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What are Gen Zs and millennials concerned about?

February 10, 2023

Gen Zs and millennials are deeply concerned about the state of the world, and actively try to balance the challenges of their everyday lives with their desire to drive societal change. The Deloitte Global 2022 Gen Z and Millennial Survey covered 14,808 Gen Zs and 8,412 millennials across 46 countries and found that they want businesses and governments to do more.

Financial concerns are top of mind. Many worry about their day-to-day finances, and fear that they won’t be able to retire comfortably. According to the survey, pay is the No. 1 reason they left their employers over the last two years. But when it comes to what makes them choose a new organization to work for, good work/life balance and learning and development opportunities are their top priorities.

The vast majority (90%) of Gen Zs and millennials are making an effort to reduce their personal impact on the environment. They don’t believe business and governments are as strongly committed, and many are pushing their own employers to take action. Many don’t believe business and government are strongly committed to fighting climate change.

And while many organizations are more focused on workplace mental health since the start of the pandemic, burnout levels are high among both generations (45%). More than half agree their organization now talks more about mental health, but it has not resulted in any meaningful impact on employees.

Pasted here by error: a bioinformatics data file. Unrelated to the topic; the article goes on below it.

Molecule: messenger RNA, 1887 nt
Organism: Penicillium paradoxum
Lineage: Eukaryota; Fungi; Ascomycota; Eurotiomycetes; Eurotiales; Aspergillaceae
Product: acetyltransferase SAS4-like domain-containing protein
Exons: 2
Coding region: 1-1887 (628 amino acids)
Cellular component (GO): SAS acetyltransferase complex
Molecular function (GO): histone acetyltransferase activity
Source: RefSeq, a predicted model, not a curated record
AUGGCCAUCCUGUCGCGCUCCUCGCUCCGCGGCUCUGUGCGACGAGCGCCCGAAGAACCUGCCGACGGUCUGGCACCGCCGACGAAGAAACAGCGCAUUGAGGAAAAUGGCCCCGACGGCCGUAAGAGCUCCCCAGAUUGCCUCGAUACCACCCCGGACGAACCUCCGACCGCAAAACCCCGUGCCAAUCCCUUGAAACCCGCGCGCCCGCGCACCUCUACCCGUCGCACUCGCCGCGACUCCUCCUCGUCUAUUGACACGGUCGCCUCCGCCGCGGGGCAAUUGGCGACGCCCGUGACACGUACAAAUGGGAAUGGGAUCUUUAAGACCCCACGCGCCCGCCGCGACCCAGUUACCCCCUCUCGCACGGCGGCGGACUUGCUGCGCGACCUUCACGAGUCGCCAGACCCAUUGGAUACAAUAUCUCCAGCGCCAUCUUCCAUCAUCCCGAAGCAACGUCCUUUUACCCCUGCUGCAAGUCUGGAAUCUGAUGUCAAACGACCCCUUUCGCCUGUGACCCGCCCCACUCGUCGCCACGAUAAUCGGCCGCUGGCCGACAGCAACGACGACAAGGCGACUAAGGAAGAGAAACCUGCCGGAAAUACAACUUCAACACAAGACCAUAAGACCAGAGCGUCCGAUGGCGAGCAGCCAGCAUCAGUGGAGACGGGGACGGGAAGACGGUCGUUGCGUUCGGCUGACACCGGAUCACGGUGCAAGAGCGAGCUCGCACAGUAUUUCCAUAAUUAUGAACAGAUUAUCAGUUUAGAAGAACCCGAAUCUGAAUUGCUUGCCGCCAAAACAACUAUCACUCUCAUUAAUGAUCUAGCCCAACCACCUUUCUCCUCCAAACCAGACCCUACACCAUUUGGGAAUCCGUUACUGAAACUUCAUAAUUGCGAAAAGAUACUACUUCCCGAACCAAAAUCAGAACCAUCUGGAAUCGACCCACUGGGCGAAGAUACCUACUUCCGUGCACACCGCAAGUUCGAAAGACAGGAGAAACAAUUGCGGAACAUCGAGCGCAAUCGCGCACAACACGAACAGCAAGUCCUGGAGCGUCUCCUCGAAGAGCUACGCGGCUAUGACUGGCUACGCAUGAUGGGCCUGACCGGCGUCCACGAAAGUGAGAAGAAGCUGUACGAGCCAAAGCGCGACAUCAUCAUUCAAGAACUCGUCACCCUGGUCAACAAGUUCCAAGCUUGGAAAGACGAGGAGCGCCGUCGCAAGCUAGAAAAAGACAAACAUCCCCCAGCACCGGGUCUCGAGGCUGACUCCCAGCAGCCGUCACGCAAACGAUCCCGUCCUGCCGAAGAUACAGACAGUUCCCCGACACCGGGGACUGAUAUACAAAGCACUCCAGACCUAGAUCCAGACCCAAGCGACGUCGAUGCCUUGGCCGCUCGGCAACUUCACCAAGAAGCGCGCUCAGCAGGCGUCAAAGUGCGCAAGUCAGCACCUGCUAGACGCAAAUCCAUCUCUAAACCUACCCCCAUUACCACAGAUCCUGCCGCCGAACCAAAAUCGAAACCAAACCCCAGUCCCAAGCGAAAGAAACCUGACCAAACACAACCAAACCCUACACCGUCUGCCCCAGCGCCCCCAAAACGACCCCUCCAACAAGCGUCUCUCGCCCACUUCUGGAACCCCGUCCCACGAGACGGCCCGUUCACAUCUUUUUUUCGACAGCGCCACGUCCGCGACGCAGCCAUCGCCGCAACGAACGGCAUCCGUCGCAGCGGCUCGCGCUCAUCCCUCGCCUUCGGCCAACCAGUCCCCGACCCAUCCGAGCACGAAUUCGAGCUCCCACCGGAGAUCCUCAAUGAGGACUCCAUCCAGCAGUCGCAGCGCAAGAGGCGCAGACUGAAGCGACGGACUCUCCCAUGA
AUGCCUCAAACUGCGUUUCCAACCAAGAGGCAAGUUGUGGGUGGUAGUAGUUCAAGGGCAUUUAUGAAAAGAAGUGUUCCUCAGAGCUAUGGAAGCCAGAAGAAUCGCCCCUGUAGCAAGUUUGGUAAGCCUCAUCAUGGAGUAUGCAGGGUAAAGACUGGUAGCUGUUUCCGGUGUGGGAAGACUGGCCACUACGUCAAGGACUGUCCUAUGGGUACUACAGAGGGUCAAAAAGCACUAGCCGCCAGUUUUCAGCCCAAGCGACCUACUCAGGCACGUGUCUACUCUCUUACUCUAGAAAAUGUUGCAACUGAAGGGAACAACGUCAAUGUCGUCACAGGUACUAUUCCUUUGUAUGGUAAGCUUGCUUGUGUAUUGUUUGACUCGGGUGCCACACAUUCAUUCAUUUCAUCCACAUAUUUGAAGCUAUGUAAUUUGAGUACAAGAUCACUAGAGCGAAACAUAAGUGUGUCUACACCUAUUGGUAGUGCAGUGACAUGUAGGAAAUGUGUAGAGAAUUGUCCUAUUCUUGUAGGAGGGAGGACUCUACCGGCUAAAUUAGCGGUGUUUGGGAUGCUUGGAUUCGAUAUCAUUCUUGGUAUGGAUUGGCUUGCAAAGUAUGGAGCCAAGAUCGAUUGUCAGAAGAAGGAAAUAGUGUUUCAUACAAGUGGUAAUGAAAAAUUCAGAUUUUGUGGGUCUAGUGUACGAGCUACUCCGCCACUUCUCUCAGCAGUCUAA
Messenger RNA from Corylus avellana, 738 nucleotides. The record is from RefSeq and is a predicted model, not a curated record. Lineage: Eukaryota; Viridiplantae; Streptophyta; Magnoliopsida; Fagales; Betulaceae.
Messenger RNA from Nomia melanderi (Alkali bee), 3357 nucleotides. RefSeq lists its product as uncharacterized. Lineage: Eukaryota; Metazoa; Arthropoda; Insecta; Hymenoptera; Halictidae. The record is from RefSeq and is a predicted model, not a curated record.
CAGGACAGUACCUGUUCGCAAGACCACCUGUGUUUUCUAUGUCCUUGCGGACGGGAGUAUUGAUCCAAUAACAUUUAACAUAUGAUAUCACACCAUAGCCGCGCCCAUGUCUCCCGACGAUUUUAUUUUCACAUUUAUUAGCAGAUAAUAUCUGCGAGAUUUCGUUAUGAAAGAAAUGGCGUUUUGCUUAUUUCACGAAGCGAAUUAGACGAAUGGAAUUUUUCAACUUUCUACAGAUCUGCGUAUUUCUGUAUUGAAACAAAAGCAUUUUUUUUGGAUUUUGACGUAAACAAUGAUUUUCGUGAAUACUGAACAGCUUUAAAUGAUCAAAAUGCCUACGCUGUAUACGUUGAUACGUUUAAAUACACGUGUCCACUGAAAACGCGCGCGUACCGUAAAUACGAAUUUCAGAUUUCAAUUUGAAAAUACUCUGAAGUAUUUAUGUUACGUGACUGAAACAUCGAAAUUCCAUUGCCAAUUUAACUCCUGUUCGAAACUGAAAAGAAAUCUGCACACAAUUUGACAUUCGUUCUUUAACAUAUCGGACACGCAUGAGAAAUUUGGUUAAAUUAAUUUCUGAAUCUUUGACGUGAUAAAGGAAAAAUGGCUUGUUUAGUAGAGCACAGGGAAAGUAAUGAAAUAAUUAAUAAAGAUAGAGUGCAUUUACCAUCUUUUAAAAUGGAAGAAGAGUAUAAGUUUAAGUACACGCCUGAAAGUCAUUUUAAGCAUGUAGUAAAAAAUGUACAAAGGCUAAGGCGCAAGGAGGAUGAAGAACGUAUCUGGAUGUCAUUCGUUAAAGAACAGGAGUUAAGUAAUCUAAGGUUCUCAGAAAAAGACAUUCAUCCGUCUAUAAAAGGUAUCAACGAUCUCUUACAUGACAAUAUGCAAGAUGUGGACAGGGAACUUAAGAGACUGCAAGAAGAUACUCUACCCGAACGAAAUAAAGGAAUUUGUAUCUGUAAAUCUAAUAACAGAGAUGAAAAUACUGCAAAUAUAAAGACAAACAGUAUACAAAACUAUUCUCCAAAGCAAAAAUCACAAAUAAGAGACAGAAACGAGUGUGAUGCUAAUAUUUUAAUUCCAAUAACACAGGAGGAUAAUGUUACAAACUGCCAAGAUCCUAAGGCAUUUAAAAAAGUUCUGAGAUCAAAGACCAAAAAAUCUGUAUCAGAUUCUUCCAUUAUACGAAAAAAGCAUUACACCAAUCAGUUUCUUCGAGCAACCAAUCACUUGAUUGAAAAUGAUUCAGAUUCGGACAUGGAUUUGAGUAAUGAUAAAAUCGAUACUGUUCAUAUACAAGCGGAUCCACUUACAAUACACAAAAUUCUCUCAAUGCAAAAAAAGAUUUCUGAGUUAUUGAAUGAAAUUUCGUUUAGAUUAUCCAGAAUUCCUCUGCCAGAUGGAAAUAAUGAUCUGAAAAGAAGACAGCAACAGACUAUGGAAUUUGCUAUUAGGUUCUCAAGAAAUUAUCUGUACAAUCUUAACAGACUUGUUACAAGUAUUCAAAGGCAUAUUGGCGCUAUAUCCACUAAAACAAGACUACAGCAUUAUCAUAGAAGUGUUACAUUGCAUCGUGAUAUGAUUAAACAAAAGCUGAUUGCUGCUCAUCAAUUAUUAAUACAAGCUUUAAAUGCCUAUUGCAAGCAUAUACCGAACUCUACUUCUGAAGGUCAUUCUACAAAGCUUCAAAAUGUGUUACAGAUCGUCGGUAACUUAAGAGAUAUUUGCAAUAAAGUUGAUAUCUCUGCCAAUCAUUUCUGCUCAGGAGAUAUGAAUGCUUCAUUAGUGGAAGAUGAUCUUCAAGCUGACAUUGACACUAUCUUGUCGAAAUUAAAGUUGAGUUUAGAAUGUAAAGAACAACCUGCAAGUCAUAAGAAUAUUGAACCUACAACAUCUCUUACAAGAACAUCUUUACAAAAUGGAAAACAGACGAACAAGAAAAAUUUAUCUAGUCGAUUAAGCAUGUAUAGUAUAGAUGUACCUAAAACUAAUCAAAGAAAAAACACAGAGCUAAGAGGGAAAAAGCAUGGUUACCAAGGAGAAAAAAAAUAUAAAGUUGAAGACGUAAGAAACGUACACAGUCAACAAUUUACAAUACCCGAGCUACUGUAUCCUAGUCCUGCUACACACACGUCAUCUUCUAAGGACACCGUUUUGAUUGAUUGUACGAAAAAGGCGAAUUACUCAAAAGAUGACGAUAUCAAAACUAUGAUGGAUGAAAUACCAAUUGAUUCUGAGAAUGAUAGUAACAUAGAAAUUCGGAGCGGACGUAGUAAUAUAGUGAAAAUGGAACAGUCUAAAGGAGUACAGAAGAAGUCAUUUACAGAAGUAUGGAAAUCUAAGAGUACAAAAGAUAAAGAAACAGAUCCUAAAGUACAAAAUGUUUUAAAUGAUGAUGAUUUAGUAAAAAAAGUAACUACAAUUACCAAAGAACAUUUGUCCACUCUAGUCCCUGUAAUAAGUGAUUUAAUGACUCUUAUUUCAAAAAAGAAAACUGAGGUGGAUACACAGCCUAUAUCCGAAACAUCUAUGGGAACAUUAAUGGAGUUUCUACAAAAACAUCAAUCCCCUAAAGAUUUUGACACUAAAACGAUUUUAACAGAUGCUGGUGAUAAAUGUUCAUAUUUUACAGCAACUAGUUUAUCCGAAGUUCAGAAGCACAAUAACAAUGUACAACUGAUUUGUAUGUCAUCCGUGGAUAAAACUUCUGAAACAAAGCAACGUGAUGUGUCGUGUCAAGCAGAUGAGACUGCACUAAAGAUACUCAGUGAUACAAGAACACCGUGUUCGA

Top 5 Gen Z concerns

  • Cost of living – 29%
  • Climate change – 24%
  • Unemployment – 20%
  • Mental health – 19%
  • Sexual harassment – 17%

Top 5 Millennial concerns

  • Cost of living – 36%
  • Climate change – 25%
  • Health care/disease – 21%
  • Unemployment – 20%
  • Crime/personal safety – 18%

“They are struggling with financial concerns, while trying to invest in environmentally sustainable choices. They feel burned out, but many are taking on second jobs, while pushing for more purposeful—and more flexible—work. They press their employers to tackle climate change, particularly when it comes to efforts they can get directly involved in, but businesses may still be missing opportunities to drive deeper and broader climate action. And they have inspired organizations to take action to address workplace mental health challenges, but many don’t feel this is resulting in any tangible change for employees.”, the report sums up.

Source: Deloitte